Despite its effectiveness, CR is underutilized by patients. A study published by Schuster et al. considered the lack of insurance coverage as the top reason for poor/non-adherence to the program (25). Even with Medicare, patients are responsible for up to 20% of copay, which can be a significant financial burden (26). Other studies have invoked additional contributory factors to underutilization: lack of physician referral or encouragement to participate, work/home responsibilities or conflict, scarcity of programs, low education about CR programs and cardiac disease, negative perceptions, or lack of familial support (2729).

Social Factors Associated with PAC

Racial Disparities

Black patients and other minority patients are over-represented in poor-quality hospitals characterized by higher mortality rates (30). In addition, black patients are significantly more likely to be part of a lower socioeconomic group, present with more comorbidities, and be readmitted to the hospital following cardiac surgery (31). Compared with white patients, black patients were found to have similar 90-day mortality rates post-CABG, but higher 1-year mortality rates (32). This may be attributed to complications related to comorbidities or inadequate long-term care following surgery. In a study involving 23,000 CABG patients, Koch et al. reported similar results, with black patients and women having worse survival rates. However, short- and long-term survival rates were similar irrespective of race when controlling for comorbidities, perioperative factors, and socioeconomic status (SES) (33). Further study into the impact of race and strategies to combat this bias are required.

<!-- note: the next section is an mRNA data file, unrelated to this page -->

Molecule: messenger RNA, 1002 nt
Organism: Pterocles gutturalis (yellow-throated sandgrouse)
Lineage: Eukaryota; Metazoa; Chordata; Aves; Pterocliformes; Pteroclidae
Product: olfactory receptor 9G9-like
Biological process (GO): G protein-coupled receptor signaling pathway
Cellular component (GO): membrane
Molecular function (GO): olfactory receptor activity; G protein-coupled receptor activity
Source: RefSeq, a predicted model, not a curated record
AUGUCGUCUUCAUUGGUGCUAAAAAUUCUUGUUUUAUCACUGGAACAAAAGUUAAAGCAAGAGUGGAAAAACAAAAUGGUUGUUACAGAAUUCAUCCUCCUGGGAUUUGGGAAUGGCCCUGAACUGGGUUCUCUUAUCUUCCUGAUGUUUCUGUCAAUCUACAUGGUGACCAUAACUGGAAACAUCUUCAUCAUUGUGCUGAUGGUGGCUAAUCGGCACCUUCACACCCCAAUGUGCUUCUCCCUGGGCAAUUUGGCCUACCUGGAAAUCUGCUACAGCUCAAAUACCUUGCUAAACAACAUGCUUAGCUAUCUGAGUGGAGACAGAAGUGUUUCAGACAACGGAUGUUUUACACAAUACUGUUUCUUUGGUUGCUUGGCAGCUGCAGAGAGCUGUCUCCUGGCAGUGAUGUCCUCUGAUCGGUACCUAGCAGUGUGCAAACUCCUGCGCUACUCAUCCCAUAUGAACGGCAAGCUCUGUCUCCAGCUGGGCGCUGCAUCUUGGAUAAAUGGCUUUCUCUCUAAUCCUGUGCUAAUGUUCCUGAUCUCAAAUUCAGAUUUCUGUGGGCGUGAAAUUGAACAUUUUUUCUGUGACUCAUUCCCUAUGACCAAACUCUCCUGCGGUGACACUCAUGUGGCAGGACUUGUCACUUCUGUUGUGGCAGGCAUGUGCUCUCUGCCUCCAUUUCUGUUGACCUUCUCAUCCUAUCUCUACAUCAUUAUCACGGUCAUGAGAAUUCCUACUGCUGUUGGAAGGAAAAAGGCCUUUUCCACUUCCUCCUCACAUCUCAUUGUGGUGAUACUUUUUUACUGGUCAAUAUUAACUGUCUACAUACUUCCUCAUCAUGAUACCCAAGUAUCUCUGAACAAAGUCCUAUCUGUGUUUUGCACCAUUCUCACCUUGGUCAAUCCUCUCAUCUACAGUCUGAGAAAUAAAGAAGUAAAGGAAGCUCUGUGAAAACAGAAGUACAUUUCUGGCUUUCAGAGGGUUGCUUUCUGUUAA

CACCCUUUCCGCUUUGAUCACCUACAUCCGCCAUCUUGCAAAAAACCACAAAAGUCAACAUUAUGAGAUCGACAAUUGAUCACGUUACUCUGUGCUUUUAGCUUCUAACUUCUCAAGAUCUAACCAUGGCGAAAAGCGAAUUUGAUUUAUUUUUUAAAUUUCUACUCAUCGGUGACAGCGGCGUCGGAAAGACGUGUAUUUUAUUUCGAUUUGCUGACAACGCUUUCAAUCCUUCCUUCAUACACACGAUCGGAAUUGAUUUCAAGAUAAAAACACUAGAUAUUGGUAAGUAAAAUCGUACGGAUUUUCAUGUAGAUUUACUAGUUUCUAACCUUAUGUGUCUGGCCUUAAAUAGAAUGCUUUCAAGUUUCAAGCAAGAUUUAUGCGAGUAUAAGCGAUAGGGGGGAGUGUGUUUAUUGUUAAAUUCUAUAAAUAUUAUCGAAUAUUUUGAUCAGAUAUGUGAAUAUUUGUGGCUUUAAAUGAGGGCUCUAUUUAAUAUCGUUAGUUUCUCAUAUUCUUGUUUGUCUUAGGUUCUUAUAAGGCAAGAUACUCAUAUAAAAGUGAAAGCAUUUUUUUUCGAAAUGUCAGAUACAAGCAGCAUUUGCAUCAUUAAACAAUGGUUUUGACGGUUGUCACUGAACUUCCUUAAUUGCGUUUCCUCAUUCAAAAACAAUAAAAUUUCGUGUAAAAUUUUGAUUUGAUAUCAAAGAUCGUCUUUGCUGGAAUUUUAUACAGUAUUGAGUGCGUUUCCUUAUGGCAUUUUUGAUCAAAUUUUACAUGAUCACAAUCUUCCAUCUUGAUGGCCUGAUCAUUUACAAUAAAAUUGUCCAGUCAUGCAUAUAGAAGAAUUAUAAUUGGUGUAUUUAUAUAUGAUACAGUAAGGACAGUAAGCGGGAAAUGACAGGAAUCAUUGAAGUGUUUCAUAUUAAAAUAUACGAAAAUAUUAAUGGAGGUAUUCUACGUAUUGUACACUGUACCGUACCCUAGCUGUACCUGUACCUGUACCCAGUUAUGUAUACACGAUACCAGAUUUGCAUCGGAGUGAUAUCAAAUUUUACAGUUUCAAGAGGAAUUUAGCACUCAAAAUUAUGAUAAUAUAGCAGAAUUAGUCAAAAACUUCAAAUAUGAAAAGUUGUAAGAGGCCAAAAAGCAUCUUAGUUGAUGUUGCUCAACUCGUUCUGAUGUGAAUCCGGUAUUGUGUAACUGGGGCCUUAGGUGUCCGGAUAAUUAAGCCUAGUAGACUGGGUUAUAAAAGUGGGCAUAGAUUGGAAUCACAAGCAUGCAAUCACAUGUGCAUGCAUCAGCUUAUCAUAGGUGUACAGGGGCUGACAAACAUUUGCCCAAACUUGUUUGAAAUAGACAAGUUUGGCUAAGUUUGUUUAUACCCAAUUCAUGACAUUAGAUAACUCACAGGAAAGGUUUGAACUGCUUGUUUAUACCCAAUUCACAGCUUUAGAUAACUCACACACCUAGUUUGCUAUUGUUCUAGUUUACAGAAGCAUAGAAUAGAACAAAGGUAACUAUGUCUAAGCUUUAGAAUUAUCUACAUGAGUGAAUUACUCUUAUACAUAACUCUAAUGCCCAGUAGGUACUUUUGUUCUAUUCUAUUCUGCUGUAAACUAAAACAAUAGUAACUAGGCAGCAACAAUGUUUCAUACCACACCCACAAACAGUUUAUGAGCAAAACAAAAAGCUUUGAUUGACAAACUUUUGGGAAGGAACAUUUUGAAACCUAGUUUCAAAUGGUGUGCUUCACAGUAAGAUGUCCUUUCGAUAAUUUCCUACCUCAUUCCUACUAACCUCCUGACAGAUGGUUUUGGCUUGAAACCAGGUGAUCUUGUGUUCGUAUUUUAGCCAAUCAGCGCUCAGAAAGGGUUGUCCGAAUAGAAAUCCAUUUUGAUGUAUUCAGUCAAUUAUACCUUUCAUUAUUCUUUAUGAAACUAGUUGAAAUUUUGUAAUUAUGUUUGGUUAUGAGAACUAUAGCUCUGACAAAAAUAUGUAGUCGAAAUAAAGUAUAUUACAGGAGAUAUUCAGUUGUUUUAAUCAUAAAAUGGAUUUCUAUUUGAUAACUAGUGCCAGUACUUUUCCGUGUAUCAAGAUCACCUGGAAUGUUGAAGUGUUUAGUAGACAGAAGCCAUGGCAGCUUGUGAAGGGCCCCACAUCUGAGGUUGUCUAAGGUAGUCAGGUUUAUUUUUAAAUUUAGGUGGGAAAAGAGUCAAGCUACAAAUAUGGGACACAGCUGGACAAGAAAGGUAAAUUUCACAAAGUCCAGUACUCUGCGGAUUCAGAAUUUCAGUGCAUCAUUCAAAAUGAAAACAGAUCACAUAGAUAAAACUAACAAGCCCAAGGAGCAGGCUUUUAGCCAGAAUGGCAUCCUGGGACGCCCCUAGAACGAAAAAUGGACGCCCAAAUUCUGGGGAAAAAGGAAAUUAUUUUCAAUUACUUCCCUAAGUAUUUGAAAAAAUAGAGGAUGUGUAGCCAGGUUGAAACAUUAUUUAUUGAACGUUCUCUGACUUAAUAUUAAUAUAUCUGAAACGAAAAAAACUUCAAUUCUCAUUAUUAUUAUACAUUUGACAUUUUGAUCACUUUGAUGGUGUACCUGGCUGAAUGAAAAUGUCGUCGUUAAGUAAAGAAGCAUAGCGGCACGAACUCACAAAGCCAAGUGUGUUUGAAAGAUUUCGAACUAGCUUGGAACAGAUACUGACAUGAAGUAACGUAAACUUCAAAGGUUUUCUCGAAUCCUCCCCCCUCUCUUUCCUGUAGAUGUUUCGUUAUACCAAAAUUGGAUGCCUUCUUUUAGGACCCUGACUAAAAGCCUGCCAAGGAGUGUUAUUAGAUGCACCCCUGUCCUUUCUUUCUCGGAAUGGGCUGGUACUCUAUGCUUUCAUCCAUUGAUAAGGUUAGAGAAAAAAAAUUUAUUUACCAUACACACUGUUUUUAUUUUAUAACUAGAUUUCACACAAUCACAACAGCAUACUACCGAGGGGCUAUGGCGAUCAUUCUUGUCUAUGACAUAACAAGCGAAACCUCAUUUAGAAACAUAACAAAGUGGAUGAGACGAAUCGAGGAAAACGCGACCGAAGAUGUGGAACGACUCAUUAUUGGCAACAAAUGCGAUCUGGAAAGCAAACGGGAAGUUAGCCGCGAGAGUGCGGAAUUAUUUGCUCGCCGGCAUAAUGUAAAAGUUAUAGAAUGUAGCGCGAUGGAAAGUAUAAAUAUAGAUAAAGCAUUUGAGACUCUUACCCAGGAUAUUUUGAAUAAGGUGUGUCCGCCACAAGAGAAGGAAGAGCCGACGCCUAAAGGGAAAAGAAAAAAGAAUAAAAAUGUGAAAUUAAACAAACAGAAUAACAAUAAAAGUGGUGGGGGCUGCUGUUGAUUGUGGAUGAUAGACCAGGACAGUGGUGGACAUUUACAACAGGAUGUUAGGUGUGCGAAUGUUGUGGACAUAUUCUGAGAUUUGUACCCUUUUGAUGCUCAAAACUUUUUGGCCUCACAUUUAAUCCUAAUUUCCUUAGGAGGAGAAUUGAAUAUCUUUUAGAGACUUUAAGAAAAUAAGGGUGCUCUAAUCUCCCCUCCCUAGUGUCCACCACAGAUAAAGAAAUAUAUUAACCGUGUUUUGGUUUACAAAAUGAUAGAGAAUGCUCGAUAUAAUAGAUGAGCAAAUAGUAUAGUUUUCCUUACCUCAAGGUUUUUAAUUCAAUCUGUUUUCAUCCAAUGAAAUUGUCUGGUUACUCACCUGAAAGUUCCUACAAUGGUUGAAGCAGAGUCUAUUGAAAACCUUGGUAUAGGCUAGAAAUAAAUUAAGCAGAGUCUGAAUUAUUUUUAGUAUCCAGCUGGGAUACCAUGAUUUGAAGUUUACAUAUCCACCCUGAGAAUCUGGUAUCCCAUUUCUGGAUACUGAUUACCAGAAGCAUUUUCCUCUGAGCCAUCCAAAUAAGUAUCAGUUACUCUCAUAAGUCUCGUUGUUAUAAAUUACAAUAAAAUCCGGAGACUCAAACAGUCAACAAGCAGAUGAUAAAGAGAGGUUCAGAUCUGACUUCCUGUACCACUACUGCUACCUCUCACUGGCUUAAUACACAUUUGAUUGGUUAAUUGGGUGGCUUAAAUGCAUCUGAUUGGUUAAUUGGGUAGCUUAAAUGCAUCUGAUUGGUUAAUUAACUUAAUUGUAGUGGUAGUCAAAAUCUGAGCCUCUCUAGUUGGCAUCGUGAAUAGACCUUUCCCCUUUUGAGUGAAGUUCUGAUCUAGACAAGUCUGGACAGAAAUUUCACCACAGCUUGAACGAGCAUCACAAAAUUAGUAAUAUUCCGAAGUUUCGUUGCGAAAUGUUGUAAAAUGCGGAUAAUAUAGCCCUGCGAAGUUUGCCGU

Gender Disparities

Female patients undergoing CABG without concomitant valve surgery had additional comorbidities and more advanced age compared with males. Female gender was still a significant independent predictor of mortality (34). Women undergoing CABG were more likely to be discharged to an SNF, while men were 20–60% more likely to be discharged home (14, 35).

Women may have a more difficult time recovering from cardiac surgeries such as CABG, reporting higher symptom evaluation scores for fatigue, sleep disturbance, swelling, anxiety, and shortness of breath, along with lower physical function (35, 36). Barnason et al. also found that women had decreased ability to perform daily activities compared with men at 12 months after CABG (37).

According to a 1998 study, women used CR services significantly less than men (38). In recent years, women still are not receiving the cardiac rehab that they should. Lavie et al. estimate that only 5–10% of eligible patients attend at least one session of CR, and even fewer complete the entire program (39). They suggest that women face additional barriers when compared with men, such as fewer referrals to rehab and lower SES. Gender-related discrepancies in CR utilization could be addressed by providing women-only or women-tailored CR sessions, avoiding public weighing, and diversifying CR exercise options by offering yoga or dance (39). Schuster et al. consider that women may benefit greater from structured CR, as women at home showed decreased exercise adherence compared with men at home or compared with women in structured programs (27).

Mental and Physical Health Associated with Post-Acute Cardiac Care

Older age is known to predict outcomes such as functional status, quality of life, and readmission to the hospital (14, 40, 41). Going beyond physical weakness, Neupane et al. advocate the use of the biopsychosocial framework to evaluate patients (42). They divide frailty into biological, psychological, and social domains.